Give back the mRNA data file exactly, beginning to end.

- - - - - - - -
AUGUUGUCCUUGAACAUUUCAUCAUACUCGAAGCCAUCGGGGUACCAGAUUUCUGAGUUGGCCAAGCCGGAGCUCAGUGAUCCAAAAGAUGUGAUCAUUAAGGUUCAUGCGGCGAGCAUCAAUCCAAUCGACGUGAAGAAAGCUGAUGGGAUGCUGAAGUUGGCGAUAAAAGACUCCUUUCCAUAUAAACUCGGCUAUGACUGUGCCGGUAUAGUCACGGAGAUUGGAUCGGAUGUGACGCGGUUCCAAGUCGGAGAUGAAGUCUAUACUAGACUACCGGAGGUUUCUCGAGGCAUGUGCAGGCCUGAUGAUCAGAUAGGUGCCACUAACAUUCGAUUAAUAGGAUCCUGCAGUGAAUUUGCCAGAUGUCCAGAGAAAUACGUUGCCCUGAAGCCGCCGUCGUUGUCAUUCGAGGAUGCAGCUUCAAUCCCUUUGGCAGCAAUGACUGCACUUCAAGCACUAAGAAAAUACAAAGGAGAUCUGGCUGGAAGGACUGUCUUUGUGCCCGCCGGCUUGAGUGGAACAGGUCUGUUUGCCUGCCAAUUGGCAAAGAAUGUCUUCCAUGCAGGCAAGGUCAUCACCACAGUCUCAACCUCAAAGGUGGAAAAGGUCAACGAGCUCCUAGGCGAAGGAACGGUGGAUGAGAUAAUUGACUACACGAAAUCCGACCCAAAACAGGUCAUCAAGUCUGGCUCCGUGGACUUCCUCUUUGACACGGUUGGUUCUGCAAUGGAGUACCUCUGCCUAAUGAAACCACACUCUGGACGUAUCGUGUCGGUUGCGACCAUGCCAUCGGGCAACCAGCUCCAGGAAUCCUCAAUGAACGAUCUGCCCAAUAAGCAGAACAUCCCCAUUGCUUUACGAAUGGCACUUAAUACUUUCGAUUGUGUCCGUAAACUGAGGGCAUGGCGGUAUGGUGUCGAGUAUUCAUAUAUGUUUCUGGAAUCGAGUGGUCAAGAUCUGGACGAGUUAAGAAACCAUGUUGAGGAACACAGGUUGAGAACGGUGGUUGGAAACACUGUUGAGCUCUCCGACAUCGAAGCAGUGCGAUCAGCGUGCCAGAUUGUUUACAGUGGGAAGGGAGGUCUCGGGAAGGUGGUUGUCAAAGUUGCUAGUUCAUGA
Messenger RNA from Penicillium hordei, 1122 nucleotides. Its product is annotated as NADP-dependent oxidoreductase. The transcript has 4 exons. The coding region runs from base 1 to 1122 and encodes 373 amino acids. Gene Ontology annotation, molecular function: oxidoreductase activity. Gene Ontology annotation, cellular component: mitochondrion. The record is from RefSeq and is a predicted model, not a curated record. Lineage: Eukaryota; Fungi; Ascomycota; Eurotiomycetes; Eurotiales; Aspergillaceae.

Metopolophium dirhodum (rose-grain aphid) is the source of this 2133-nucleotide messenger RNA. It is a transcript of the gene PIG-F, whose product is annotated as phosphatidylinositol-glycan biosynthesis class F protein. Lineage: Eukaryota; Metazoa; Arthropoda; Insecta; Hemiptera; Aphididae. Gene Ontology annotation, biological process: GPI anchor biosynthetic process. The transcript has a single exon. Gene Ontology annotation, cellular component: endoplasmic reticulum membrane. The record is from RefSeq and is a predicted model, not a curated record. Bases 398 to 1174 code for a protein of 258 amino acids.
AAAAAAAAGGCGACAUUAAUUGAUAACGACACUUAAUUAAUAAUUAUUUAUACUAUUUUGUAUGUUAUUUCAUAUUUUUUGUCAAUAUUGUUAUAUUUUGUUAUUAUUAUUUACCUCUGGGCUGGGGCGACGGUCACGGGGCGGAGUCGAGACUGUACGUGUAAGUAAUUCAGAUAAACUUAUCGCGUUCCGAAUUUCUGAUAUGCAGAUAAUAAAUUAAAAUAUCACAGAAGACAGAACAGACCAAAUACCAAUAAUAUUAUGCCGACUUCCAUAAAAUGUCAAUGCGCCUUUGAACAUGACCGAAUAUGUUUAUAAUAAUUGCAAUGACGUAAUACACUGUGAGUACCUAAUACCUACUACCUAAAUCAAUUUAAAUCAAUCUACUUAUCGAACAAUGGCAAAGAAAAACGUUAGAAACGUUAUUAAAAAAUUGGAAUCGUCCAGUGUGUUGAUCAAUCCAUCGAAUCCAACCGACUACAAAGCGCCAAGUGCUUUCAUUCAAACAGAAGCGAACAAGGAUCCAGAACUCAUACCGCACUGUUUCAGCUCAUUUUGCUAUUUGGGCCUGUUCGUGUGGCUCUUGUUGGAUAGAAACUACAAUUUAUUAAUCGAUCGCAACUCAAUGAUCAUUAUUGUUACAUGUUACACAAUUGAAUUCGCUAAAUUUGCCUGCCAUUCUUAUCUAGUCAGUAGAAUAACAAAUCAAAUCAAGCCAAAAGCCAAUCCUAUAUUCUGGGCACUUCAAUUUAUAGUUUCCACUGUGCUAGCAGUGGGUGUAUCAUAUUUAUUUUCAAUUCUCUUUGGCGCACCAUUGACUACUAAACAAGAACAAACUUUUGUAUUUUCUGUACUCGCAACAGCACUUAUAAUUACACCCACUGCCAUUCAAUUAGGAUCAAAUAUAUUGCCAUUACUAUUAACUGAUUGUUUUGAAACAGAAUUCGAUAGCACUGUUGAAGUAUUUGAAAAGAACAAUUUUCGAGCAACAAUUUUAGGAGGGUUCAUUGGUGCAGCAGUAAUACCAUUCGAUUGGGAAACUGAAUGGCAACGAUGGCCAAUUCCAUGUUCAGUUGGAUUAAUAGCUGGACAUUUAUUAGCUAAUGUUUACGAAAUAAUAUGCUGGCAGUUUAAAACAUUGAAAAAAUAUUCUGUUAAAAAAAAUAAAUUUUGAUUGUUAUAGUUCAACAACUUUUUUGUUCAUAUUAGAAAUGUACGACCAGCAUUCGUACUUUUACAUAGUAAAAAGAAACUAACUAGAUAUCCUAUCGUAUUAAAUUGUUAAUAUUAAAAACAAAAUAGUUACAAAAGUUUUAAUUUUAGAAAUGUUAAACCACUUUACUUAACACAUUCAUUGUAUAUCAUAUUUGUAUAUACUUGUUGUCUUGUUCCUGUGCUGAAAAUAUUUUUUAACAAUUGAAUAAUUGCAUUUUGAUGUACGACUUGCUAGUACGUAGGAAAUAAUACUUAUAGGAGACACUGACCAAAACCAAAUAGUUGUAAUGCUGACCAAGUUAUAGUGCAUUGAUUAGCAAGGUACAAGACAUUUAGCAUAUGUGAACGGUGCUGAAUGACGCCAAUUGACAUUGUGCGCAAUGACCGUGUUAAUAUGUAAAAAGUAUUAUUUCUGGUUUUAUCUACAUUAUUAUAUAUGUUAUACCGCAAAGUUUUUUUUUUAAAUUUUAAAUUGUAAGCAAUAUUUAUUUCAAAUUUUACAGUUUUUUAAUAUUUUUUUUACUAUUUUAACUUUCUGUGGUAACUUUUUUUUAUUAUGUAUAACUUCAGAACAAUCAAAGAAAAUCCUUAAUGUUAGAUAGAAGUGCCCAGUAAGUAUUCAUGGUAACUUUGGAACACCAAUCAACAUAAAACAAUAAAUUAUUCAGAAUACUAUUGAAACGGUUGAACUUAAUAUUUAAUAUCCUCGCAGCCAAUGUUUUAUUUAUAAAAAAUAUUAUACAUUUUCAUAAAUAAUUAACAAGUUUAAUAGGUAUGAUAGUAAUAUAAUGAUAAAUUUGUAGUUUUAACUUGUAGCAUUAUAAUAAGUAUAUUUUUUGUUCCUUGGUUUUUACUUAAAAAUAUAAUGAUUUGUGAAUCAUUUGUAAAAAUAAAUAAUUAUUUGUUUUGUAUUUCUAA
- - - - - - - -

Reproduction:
AUGUUGUCCUUGAACAUUUCAUCAUACUCGAAGCCAUCGGGGUACCAGAUUUCUGAGUUGGCCAAGCCGGAGCUCAGUGAUCCAAAAGAUGUGAUCAUUAAGGUUCAUGCGGCGAGCAUCAAUCCAAUCGACGUGAAGAAAGCUGAUGGGAUGCUGAAGUUGGCGAUAAAAGACUCCUUUCCAUAUAAACUCGGCUAUGACUGUGCCGGUAUAGUCACGGAGAUUGGAUCGGAUGUGACGCGGUUCCAAGUCGGAGAUGAAGUCUAUACUAGACUACCGGAGGUUUCUCGAGGCAUGUGCAGGCCUGAUGAUCAGAUAGGUGCCACUAACAUUCGAUUAAUAGGAUCCUGCAGUGAAUUUGCCAGAUGUCCAGAGAAAUACGUUGCCCUGAAGCCGCCGUCGUUGUCAUUCGAGGAUGCAGCUUCAAUCCCUUUGGCAGCAAUGACUGCACUUCAAGCACUAAGAAAAUACAAAGGAGAUCUGGCUGGAAGGACUGUCUUUGUGCCCGCCGGCUUGAGUGGAACAGGUCUGUUUGCCUGCCAAUUGGCAAAGAAUGUCUUCCAUGCAGGCAAGGUCAUCACCACAGUCUCAACCUCAAAGGUGGAAAAGGUCAACGAGCUCCUAGGCGAAGGAACGGUGGAUGAGAUAAUUGACUACACGAAAUCCGACCCAAAACAGGUCAUCAAGUCUGGCUCCGUGGACUUCCUCUUUGACACGGUUGGUUCUGCAAUGGAGUACCUCUGCCUAAUGAAACCACACUCUGGACGUAUCGUGUCGGUUGCGACCAUGCCAUCGGGCAACCAGCUCCAGGAAUCCUCAAUGAACGAUCUGCCCAAUAAGCAGAACAUCCCCAUUGCUUUACGAAUGGCACUUAAUACUUUCGAUUGUGUCCGUAAACUGAGGGCAUGGCGGUAUGGUGUCGAGUAUUCAUAUAUGUUUCUGGAAUCGAGUGGUCAAGAUCUGGACGAGUUAAGAAACCAUGUUGAGGAACACAGGUUGAGAACGGUGGUUGGAAACACUGUUGAGCUCUCCGACAUCGAAGCAGUGCGAUCAGCGUGCCAGAUUGUUUACAGUGGGAAGGGAGGUCUCGGGAAGGUGGUUGUCAAAGUUGCUAGUUCAUGA
Messenger RNA from Penicillium hordei, 1122 nucleotides. Its product is annotated as NADP-dependent oxidoreductase. The transcript has 4 exons. The coding region runs from base 1 to 1122 and encodes 373 amino acids. Gene Ontology annotation, molecular function: oxidoreductase activity. Gene Ontology annotation, cellular component: mitochondrion. The record is from RefSeq and is a predicted model, not a curated record. Lineage: Eukaryota; Fungi; Ascomycota; Eurotiomycetes; Eurotiales; Aspergillaceae.

Metopolophium dirhodum (rose-grain aphid) is the source of this 2133-nucleotide messenger RNA. It is a transcript of the gene PIG-F, whose product is annotated as phosphatidylinositol-glycan biosynthesis class F protein. Lineage: Eukaryota; Metazoa; Arthropoda; Insecta; Hemiptera; Aphididae. Gene Ontology annotation, biological process: GPI anchor biosynthetic process. The transcript has a single exon. Gene Ontology annotation, cellular component: endoplasmic reticulum membrane. The record is from RefSeq and is a predicted model, not a curated record. Bases 398 to 1174 code for a protein of 258 amino acids.
AAAAAAAAGGCGACAUUAAUUGAUAACGACACUUAAUUAAUAAUUAUUUAUACUAUUUUGUAUGUUAUUUCAUAUUUUUUGUCAAUAUUGUUAUAUUUUGUUAUUAUUAUUUACCUCUGGGCUGGGGCGACGGUCACGGGGCGGAGUCGAGACUGUACGUGUAAGUAAUUCAGAUAAACUUAUCGCGUUCCGAAUUUCUGAUAUGCAGAUAAUAAAUUAAAAUAUCACAGAAGACAGAACAGACCAAAUACCAAUAAUAUUAUGCCGACUUCCAUAAAAUGUCAAUGCGCCUUUGAACAUGACCGAAUAUGUUUAUAAUAAUUGCAAUGACGUAAUACACUGUGAGUACCUAAUACCUACUACCUAAAUCAAUUUAAAUCAAUCUACUUAUCGAACAAUGGCAAAGAAAAACGUUAGAAACGUUAUUAAAAAAUUGGAAUCGUCCAGUGUGUUGAUCAAUCCAUCGAAUCCAACCGACUACAAAGCGCCAAGUGCUUUCAUUCAAACAGAAGCGAACAAGGAUCCAGAACUCAUACCGCACUGUUUCAGCUCAUUUUGCUAUUUGGGCCUGUUCGUGUGGCUCUUGUUGGAUAGAAACUACAAUUUAUUAAUCGAUCGCAACUCAAUGAUCAUUAUUGUUACAUGUUACACAAUUGAAUUCGCUAAAUUUGCCUGCCAUUCUUAUCUAGUCAGUAGAAUAACAAAUCAAAUCAAGCCAAAAGCCAAUCCUAUAUUCUGGGCACUUCAAUUUAUAGUUUCCACUGUGCUAGCAGUGGGUGUAUCAUAUUUAUUUUCAAUUCUCUUUGGCGCACCAUUGACUACUAAACAAGAACAAACUUUUGUAUUUUCUGUACUCGCAACAGCACUUAUAAUUACACCCACUGCCAUUCAAUUAGGAUCAAAUAUAUUGCCAUUACUAUUAACUGAUUGUUUUGAAACAGAAUUCGAUAGCACUGUUGAAGUAUUUGAAAAGAACAAUUUUCGAGCAACAAUUUUAGGAGGGUUCAUUGGUGCAGCAGUAAUACCAUUCGAUUGGGAAACUGAAUGGCAACGAUGGCCAAUUCCAUGUUCAGUUGGAUUAAUAGCUGGACAUUUAUUAGCUAAUGUUUACGAAAUAAUAUGCUGGCAGUUUAAAACAUUGAAAAAAUAUUCUGUUAAAAAAAAUAAAUUUUGAUUGUUAUAGUUCAACAACUUUUUUGUUCAUAUUAGAAAUGUACGACCAGCAUUCGUACUUUUACAUAGUAAAAAGAAACUAACUAGAUAUCCUAUCGUAUUAAAUUGUUAAUAUUAAAAACAAAAUAGUUACAAAAGUUUUAAUUUUAGAAAUGUUAAACCACUUUACUUAACACAUUCAUUGUAUAUCAUAUUUGUAUAUACUUGUUGUCUUGUUCCUGUGCUGAAAAUAUUUUUUAACAAUUGAAUAAUUGCAUUUUGAUGUACGACUUGCUAGUACGUAGGAAAUAAUACUUAUAGGAGACACUGACCAAAACCAAAUAGUUGUAAUGCUGACCAAGUUAUAGUGCAUUGAUUAGCAAGGUACAAGACAUUUAGCAUAUGUGAACGGUGCUGAAUGACGCCAAUUGACAUUGUGCGCAAUGACCGUGUUAAUAUGUAAAAAGUAUUAUUUCUGGUUUUAUCUACAUUAUUAUAUAUGUUAUACCGCAAAGUUUUUUUUUUAAAUUUUAAAUUGUAAGCAAUAUUUAUUUCAAAUUUUACAGUUUUUUAAUAUUUUUUUUACUAUUUUAACUUUCUGUGGUAACUUUUUUUUAUUAUGUAUAACUUCAGAACAAUCAAAGAAAAUCCUUAAUGUUAGAUAGAAGUGCCCAGUAAGUAUUCAUGGUAACUUUGGAACACCAAUCAACAUAAAACAAUAAAUUAUUCAGAAUACUAUUGAAACGGUUGAACUUAAUAUUUAAUAUCCUCGCAGCCAAUGUUUUAUUUAUAAAAAAUAUUAUACAUUUUCAUAAAUAAUUAACAAGUUUAAUAGGUAUGAUAGUAAUAUAAUGAUAAAUUUGUAGUUUUAACUUGUAGCAUUAUAAUAAGUAUAUUUUUUGUUCCUUGGUUUUUACUUAAAAAUAUAAUGAUUUGUGAAUCAUUUGUAAAAAUAAAUAAUUAUUUGUUUUGUAUUUCUAA